Deep venous thrombosis
When blood clots in a vein which prevents blood from returning to the heart, then blood accumulates in the leg leading to swelling and pain
Blood flows from the heart to the feet through the arteries. Once in the foot, it returns to the heart through two large veins and capillaries. It then flows to the lungs where it is oxygenated. When blood clots inside a vein, it cannot return to the heart, so this blood accumulates in the leg which makes the leg swell and hurt.
Thrombosis in a deep vein is a phenomenon that could be compared to milk when it turns into yogurt, i.e. blood solidifies which hinders normal circulation.
When a venous thrombus breaks loose and moves away from the vein wall where it formed, it will eventually end up in the lungs, given that the blood in the veins always travels towards the heart, and then to the lungs through the pulmonary arteries. Once it reaches the lung, it obstructs the inside of one or more pulmonary arteries, and this is called pulmonary embolism (PE).
The most common location where a venous thrombus forms is in the deep veins of the legs. The symptoms are normally pain and swelling of the affected leg.
This is called deep vein thrombosis (DVT) because it affects the deep, but not the superficial veins of the limbs. Thrombosis may also be found in the veins in the arms or in some of the internal organs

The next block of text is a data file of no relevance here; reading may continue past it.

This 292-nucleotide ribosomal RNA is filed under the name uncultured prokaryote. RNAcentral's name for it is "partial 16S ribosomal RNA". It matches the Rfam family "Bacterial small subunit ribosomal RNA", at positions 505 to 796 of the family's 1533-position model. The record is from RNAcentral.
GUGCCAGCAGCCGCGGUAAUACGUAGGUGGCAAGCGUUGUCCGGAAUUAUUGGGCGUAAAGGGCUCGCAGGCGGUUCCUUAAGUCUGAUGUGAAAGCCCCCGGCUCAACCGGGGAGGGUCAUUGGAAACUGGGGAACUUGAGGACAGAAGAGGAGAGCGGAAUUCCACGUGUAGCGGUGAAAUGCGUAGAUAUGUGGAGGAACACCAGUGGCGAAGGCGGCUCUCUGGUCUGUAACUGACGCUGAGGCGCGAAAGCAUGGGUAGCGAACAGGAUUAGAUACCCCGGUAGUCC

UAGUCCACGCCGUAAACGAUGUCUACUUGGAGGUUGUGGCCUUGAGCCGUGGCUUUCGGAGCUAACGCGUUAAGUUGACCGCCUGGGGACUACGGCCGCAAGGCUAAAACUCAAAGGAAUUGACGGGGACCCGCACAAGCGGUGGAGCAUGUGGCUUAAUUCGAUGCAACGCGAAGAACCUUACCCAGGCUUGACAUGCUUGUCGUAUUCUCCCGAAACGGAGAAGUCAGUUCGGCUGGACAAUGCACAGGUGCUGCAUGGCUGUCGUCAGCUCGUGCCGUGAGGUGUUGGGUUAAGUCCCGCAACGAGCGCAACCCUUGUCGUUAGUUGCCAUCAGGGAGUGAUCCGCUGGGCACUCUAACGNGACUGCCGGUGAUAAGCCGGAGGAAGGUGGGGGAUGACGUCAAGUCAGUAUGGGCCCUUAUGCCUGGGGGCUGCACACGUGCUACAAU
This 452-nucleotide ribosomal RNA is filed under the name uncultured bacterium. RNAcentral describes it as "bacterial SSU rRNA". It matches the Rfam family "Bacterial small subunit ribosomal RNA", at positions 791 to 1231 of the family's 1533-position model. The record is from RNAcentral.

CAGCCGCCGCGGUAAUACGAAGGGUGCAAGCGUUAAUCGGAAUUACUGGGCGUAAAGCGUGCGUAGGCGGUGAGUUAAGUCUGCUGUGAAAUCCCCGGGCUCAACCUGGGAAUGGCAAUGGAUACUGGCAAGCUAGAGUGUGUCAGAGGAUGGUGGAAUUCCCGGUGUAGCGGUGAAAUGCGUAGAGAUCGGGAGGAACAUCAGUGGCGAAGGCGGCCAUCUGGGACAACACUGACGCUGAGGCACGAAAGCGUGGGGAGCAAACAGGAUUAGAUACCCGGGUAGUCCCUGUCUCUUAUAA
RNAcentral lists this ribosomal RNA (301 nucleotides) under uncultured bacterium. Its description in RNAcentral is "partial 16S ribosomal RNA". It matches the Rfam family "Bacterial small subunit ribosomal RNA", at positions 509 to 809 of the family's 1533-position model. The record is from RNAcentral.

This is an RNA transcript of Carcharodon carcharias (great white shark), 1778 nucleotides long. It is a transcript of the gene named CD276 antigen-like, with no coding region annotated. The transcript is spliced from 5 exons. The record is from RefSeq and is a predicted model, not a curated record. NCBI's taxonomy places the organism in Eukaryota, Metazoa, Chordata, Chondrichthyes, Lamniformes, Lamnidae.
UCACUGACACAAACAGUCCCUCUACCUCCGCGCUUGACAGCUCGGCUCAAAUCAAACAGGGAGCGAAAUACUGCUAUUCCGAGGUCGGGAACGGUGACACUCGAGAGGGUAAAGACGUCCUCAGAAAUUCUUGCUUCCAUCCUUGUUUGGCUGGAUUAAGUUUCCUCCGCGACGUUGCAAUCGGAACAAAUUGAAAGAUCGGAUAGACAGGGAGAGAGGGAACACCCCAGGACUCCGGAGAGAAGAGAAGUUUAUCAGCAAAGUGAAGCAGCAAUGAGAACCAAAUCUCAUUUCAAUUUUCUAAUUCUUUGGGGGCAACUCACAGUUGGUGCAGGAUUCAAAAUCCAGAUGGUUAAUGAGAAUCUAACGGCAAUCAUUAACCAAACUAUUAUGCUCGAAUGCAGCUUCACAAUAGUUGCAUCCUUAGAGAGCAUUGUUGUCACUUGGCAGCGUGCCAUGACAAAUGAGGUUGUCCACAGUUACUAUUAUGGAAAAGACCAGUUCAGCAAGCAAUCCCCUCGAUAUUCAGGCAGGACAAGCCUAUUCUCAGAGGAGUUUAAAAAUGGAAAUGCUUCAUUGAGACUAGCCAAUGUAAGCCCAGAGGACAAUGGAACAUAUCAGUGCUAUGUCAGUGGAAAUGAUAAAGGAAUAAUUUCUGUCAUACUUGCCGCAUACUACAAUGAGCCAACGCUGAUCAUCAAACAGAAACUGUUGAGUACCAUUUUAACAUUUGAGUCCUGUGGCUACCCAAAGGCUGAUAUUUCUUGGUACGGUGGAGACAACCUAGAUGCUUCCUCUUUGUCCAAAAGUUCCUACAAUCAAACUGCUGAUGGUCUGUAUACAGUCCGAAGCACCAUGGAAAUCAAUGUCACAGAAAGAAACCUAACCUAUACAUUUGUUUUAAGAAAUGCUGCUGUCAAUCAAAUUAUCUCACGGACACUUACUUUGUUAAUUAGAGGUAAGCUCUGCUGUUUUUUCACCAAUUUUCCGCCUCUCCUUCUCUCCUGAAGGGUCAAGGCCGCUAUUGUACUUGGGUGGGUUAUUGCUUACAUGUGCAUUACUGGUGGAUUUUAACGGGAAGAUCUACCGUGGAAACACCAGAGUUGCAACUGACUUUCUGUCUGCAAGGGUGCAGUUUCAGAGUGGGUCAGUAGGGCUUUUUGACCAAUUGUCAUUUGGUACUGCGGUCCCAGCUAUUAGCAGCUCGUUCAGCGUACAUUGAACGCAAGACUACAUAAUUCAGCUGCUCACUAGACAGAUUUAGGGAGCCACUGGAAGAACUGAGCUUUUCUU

Three weeks ago I was admitted to the hospital because of DVT and I have already recovered. However, I still have heaviness in my affected leg. Is this normal?
Yes, it is normal. However, it is also normal that this heaviness feeling starts improving with time. A year after suffering from DVT in a leg, 2 out of 3 patients do not feel heaviness or pain in the affected leg. This is why, it is generally recommended not to remain standing up, sitting with your legs dangling or crossed-legged for many hours. On the other hand, going for a walk is fine, as well as swimming or riding a bicycle.
My husband wants to take off the elastic bandage of the leg where he had a thrombosis because he feels that it is more swollen with the stocking now. Is it OK if he takes it off or should he keep it on for as long he was told?
The elastic bandage (or stocking) usually improves the symptoms (pain, heaviness, swelling) in more than half of the patients. In other patients it does not improve or worsens them. However, there is about a 10% of patients in whom discomfort increases while using it. In these cases, it is better not to wear it.
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